Thursday, August 11, 2005

Up From Felon Voting

To Felon Candidacies. In King County, Washington, of course:

James C. Garrett, a fringe candidate for mayor of Seattle, argued at an administrative hearing yesterday that his name should appear on the primary-election ballot despite a felony conviction for assaulting then-Mayor Paul Schell with a bullhorn four years ago.

At yesterday's hearing, Garrett, 59, offered a rambling challenge to the authority of the U.S. government and said he suffered from "post-traumatic slavery syndrome."

Garrett said he was still challenging the validity of his felony conviction in federal court and claimed he never received notice that he could not register to vote again after being released from prison.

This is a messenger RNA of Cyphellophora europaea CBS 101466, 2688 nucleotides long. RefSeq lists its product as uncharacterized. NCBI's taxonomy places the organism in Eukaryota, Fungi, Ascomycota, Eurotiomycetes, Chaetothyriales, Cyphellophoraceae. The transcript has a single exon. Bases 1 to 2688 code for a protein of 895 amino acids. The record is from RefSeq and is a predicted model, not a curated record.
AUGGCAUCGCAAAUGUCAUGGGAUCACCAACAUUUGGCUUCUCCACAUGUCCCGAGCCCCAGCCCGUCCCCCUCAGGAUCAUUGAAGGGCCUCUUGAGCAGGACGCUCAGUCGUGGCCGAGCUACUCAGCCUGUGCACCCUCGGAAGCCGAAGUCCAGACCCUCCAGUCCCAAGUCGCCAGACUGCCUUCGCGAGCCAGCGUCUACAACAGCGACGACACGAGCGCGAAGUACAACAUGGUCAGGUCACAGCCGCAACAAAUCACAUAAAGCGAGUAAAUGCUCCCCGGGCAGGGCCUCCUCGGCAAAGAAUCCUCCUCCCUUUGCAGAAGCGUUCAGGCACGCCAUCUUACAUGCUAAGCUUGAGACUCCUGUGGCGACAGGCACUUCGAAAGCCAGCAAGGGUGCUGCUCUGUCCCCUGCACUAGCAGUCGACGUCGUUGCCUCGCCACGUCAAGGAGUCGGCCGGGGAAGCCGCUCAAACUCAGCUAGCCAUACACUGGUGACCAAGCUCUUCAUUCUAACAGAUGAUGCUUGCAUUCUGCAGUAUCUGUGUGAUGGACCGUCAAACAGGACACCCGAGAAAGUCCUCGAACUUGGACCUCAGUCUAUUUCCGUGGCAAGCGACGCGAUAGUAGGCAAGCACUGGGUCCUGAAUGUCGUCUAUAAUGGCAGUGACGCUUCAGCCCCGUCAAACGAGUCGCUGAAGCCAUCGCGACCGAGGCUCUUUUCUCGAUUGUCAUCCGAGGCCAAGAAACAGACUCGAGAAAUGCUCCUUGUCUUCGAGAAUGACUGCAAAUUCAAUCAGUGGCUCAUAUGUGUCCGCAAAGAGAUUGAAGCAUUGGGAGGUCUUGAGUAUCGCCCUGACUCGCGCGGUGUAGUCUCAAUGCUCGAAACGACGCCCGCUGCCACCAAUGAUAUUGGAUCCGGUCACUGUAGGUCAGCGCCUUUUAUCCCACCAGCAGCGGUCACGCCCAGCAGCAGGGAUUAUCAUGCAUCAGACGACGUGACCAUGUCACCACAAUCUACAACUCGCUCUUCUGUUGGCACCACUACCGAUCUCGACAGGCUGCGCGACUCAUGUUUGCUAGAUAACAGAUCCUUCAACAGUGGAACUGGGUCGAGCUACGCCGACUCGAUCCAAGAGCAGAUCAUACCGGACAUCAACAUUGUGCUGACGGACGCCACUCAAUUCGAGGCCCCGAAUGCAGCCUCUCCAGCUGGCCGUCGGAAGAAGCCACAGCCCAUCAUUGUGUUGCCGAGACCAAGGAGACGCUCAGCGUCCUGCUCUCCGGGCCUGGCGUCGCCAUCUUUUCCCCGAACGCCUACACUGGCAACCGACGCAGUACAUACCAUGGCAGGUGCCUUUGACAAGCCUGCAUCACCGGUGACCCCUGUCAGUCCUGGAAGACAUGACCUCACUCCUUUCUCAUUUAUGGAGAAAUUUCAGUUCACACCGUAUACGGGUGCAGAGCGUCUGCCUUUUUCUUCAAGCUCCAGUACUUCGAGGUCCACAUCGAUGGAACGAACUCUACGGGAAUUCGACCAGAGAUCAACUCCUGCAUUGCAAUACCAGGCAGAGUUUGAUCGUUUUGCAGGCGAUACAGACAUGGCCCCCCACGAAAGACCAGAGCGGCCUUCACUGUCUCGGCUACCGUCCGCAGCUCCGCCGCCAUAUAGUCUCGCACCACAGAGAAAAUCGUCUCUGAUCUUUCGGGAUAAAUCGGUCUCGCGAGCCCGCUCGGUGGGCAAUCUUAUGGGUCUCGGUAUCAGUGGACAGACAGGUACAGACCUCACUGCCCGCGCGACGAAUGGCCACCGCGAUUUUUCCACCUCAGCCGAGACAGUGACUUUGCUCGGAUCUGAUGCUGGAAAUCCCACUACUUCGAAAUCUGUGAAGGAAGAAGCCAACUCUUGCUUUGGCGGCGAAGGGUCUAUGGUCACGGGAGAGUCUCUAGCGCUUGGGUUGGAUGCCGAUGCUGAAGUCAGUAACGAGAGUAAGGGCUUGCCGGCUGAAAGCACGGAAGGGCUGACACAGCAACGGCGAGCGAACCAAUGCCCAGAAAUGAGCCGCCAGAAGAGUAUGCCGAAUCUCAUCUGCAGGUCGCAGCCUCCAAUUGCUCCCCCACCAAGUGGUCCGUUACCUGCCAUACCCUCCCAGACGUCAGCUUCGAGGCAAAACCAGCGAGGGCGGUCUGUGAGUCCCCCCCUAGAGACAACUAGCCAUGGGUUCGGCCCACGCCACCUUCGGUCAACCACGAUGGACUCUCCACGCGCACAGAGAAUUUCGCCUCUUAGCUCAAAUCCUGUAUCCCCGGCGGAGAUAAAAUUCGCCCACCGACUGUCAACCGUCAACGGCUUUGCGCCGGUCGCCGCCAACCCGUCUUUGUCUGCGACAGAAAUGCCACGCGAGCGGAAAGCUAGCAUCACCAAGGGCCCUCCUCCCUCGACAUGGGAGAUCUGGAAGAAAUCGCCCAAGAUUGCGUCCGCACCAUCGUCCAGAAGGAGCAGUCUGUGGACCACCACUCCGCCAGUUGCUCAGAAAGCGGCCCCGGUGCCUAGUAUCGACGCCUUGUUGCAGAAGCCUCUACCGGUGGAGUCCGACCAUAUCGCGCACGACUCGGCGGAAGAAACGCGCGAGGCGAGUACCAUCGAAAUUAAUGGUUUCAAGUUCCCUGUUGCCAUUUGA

Garrett, also known as Omari-Tahir Garrett, was sentenced in 2002 to 21 months in prison for the assault on Schell. As a convicted felon, his voting rights were revoked.

King County elections officials allowed him to register to vote again last year and accepted his mayoral candidacy on June 29 despite records indicating his voting rights had never legally been restored.

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